Much of the benefit of the MapReduce programming model is that it nicely separates the expression of the desired computation from the underlying details of parallelization, failure handling, etc. Indeed, different implementations of the MapReduce programming model are possible for different kinds of computing platforms. The right choice depends on the environment. For example, one implementation may be suitable for a small shared-memory machine, another for a large NUMA multiprocessor, and yet another for an even larger collection of networked machines.
A very simple single-machine implementation that supports the programming model was shown in the code fragment in Example 23-6. This section describes a more complex implementation that is targeted to running large-scale MapReduce jobs on the computing environment in wide use at Google: large clusters of commodity PCs connected together with switched Ethernet (see "Further Reading," at the end of this chapter). In this environment:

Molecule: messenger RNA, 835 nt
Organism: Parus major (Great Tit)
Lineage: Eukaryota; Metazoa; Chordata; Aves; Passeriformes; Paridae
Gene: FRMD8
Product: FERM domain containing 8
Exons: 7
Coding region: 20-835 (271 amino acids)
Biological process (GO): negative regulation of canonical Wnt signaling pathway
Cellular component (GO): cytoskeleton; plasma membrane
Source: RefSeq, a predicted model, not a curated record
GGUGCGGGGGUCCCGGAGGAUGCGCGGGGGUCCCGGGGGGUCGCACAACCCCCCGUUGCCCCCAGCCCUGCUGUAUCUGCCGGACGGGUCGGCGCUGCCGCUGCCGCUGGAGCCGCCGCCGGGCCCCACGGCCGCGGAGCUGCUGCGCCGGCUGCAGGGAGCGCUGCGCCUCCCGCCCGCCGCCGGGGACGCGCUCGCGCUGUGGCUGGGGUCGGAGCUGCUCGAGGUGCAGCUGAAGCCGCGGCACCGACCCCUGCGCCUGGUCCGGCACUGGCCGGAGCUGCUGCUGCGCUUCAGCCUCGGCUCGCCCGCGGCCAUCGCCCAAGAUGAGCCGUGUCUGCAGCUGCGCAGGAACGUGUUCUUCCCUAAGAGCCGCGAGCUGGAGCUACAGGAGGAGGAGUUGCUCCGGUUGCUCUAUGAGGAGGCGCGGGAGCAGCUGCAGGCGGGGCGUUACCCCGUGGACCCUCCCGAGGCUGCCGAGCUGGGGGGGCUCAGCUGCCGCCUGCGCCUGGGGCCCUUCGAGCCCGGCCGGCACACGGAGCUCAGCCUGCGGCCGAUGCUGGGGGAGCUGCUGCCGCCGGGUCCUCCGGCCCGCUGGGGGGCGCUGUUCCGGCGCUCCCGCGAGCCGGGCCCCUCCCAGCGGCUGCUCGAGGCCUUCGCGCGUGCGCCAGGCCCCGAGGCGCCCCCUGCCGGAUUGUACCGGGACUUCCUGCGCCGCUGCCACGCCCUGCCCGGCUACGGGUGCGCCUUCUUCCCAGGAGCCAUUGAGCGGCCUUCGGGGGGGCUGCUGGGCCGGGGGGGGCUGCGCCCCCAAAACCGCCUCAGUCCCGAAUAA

Machines are typically dual-processor x86 processors running Linux, with 2–4 GB of memory per machine.
Machines are connected using commodity-networking hardware (typically 1 gigabit/ second switched Ethernet). Machines are organized into racks of 40 or 80 machines. These racks are connected to a central switch for the whole cluster. The bandwidth available when talking to other machines in the same rack is 1 gigabit/second per machine, while the per-machine bandwidth ...